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I know that somehow the BSA expects the youth leaders to plan all Troop events, but one major item I take care of every year, is scheduling our camping trips. Our Council calendars come out in June, and our Troop has its annual planning meeting in August (this used to be the BSA recommended month, still works for us). As Scoutmaster, I pull together our school calendars, church sponsor calendar, National, Council, District, and Order of the Arrow calendars. Add to all of this the regularly scheduled holidays, and there's usually very few weekends left to schedule camping trips. But, we work it out. Our Committee is responsible for supporting this program once the youth Scout leaders have planned it. This takes a huge amount of stress off of the youth Troop leaders (and the adult leaders as well), and lets them concentrate on the camping trips themselves. Our Troop is also very active in the Order of the Arrow.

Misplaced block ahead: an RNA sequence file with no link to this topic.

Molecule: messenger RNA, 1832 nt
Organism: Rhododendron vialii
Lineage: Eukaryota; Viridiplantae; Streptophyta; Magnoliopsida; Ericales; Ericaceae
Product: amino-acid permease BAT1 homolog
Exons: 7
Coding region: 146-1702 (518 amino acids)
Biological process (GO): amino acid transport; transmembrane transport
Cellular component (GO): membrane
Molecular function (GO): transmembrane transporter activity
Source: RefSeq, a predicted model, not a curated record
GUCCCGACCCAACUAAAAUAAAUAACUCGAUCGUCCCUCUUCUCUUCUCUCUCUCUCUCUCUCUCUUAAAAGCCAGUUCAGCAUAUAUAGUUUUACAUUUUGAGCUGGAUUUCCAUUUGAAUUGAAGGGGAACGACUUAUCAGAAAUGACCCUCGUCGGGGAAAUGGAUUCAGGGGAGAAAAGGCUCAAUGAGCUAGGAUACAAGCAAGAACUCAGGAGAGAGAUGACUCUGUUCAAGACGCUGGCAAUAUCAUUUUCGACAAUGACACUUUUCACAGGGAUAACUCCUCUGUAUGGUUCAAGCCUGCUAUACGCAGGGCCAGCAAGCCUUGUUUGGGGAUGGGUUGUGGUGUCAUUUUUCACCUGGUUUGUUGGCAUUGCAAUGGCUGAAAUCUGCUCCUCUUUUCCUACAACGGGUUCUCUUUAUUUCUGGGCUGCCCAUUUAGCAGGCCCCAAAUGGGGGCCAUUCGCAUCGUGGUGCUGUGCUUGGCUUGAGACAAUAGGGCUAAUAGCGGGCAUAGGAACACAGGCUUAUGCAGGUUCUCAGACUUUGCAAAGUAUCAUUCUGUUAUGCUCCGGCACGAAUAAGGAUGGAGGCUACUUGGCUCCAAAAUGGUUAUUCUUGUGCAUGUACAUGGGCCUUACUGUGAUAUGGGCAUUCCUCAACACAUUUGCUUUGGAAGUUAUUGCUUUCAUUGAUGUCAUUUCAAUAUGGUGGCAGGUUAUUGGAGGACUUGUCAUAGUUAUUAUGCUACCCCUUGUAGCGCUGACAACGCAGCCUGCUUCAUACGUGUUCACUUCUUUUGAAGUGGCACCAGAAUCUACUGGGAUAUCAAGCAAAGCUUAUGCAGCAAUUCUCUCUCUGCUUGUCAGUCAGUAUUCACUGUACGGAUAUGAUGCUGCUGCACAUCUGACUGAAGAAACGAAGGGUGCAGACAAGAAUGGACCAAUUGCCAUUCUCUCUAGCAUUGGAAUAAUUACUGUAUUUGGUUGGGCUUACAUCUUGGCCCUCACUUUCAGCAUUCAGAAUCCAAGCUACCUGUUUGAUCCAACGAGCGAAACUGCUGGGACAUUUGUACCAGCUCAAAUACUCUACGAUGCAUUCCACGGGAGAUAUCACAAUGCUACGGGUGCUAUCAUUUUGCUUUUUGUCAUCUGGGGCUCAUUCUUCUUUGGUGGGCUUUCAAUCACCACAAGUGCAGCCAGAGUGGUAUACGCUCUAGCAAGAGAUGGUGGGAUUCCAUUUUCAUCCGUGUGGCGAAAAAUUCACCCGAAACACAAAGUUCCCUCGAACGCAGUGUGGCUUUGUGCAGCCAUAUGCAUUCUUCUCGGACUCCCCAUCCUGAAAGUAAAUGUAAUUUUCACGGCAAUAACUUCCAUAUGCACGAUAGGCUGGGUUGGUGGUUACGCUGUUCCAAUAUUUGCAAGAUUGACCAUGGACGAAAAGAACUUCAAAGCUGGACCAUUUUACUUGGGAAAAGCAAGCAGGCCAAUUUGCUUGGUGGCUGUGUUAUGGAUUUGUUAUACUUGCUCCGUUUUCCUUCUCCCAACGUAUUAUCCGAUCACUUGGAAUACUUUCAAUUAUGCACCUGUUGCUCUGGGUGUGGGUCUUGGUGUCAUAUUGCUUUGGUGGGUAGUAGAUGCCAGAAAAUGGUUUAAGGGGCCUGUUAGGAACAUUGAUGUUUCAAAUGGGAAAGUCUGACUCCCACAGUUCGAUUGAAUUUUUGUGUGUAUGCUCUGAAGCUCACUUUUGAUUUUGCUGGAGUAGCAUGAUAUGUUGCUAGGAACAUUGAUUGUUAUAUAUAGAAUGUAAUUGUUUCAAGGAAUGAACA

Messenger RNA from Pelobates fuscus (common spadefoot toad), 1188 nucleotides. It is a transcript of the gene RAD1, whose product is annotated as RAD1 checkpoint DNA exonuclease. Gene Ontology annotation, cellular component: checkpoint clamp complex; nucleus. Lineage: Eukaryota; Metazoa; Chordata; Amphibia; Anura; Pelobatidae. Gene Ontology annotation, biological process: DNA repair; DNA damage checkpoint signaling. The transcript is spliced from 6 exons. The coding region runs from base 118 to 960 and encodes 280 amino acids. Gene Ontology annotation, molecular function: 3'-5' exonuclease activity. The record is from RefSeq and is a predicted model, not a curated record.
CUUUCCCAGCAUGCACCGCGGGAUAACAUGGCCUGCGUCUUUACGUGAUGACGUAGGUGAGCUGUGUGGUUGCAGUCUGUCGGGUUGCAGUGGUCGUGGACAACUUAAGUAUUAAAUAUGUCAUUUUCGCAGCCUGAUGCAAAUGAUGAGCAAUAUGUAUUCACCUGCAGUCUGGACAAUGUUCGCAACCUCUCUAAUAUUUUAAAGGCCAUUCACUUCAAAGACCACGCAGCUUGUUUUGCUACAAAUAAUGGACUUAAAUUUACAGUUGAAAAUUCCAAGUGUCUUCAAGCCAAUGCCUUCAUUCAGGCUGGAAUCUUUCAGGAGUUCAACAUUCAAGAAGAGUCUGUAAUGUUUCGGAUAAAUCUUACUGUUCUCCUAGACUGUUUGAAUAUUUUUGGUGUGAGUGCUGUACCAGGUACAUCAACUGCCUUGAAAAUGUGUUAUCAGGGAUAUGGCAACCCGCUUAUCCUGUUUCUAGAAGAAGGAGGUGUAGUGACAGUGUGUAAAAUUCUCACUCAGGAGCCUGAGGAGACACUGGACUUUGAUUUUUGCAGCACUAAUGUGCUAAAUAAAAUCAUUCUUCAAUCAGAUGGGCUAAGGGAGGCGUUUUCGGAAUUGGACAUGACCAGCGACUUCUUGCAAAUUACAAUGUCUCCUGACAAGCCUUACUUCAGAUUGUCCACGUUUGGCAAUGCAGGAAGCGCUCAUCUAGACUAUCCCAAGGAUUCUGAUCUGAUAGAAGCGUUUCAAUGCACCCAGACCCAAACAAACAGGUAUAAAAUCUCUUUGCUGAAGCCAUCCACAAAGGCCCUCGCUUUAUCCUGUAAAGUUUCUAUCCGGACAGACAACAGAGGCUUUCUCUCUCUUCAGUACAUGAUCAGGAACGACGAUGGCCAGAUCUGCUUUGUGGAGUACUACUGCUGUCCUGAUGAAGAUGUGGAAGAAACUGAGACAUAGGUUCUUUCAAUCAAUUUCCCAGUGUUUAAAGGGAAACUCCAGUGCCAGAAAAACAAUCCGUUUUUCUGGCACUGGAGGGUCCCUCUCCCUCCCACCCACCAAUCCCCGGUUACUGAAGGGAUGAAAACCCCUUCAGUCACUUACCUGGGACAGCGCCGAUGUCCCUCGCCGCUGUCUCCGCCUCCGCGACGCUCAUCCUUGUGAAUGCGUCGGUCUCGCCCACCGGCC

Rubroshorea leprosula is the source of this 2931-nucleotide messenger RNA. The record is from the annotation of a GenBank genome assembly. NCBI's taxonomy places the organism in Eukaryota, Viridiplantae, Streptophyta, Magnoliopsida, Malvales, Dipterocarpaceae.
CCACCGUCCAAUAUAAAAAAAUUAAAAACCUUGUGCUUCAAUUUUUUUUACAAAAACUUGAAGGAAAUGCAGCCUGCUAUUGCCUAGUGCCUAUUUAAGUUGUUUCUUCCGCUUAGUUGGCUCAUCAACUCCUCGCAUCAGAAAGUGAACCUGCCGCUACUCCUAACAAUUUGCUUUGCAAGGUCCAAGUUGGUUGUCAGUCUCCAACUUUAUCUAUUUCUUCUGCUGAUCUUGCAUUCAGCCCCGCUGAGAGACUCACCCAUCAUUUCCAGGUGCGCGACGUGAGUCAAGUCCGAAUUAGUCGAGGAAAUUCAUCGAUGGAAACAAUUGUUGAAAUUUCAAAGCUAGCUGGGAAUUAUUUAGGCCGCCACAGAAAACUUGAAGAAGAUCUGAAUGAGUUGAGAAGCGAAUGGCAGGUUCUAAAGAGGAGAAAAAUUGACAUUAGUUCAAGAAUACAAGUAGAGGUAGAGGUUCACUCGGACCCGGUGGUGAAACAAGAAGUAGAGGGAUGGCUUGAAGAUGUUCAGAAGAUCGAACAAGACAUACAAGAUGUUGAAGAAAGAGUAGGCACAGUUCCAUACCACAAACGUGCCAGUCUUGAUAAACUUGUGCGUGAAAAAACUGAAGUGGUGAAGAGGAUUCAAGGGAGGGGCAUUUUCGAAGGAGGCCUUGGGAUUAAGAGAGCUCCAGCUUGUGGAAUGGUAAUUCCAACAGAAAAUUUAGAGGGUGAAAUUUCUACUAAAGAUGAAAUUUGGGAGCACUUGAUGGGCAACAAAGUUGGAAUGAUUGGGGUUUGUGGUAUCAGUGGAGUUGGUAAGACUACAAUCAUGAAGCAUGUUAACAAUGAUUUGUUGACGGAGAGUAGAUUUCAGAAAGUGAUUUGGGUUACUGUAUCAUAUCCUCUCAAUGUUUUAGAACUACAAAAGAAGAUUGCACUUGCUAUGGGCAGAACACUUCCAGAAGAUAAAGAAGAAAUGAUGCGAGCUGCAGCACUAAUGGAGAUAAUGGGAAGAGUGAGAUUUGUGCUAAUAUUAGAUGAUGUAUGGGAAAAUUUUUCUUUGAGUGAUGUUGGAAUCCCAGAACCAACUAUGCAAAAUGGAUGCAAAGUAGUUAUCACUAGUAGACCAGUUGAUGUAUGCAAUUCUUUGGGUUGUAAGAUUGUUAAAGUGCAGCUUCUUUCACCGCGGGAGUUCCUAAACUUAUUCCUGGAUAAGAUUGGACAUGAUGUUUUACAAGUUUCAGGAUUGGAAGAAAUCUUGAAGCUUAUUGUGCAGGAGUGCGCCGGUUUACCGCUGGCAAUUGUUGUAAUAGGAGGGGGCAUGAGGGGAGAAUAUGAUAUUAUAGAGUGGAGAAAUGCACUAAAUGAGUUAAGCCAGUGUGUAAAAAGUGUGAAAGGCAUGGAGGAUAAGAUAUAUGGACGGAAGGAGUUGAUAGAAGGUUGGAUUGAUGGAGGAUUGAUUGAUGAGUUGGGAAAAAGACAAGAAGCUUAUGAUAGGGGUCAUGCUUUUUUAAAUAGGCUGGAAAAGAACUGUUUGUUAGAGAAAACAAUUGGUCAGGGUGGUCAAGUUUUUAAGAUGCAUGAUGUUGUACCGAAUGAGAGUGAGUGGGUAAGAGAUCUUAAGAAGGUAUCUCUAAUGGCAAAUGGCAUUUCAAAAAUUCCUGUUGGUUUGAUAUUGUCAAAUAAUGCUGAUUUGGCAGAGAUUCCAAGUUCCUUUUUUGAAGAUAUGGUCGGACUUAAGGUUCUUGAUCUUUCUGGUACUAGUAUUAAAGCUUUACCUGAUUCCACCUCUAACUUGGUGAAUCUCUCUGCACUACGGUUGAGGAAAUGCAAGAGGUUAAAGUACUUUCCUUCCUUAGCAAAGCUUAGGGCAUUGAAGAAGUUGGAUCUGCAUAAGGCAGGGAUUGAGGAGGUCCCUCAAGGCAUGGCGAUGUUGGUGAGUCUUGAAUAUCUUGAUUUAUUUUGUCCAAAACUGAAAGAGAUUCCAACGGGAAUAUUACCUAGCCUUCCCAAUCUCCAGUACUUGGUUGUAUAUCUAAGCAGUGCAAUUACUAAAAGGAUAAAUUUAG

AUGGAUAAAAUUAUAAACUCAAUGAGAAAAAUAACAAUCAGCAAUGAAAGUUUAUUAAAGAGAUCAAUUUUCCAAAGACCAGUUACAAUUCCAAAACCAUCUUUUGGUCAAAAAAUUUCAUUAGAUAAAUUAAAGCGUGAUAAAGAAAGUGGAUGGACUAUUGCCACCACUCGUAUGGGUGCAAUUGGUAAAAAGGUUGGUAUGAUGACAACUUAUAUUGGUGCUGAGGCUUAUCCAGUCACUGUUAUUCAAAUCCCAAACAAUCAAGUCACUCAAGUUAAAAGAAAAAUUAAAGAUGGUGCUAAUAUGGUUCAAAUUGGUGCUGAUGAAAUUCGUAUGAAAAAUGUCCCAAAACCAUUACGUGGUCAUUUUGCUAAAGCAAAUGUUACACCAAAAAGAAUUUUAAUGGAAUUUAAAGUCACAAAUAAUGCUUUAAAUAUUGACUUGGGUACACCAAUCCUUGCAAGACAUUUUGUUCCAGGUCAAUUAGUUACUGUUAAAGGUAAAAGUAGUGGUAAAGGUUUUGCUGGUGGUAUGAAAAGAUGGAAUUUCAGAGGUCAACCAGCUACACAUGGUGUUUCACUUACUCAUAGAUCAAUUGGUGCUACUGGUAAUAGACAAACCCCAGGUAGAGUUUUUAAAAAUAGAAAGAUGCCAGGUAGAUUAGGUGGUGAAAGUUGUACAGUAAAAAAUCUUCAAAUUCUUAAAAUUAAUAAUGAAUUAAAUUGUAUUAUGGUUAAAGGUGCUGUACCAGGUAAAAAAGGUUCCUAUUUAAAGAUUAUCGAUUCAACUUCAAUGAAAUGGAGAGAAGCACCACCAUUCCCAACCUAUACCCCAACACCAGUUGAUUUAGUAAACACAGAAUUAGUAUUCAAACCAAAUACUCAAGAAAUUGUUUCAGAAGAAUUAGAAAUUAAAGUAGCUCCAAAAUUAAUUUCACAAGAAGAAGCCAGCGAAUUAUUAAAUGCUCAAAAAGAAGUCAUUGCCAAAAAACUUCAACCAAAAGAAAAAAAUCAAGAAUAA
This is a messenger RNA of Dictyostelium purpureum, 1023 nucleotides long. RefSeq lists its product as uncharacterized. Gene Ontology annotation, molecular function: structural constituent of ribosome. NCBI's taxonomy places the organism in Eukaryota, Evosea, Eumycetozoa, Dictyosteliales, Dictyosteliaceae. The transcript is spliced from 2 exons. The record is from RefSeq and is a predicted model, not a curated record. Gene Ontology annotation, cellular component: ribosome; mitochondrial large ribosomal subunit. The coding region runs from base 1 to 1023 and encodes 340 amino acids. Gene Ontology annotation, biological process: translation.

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OA weekends seem to be real big in our Council and I have yet to hear any moans and groans from the adults about them taking away Scouts from the troop program.

I have been a member in our Lodge for a very long time, but have never been very active, mainly because I had to work weekends and try to make a couple of dollars and it seemed for the longest time that unless you were a master brick builder or carpenter that "They" didn't have much time or use for me.

I am really happy to see the direction that our Lodge is now heading, I think the change from Honor Campers to Honor Scouts was a good one. I am happy to see the Lodge sending Scouts to NLS Training's.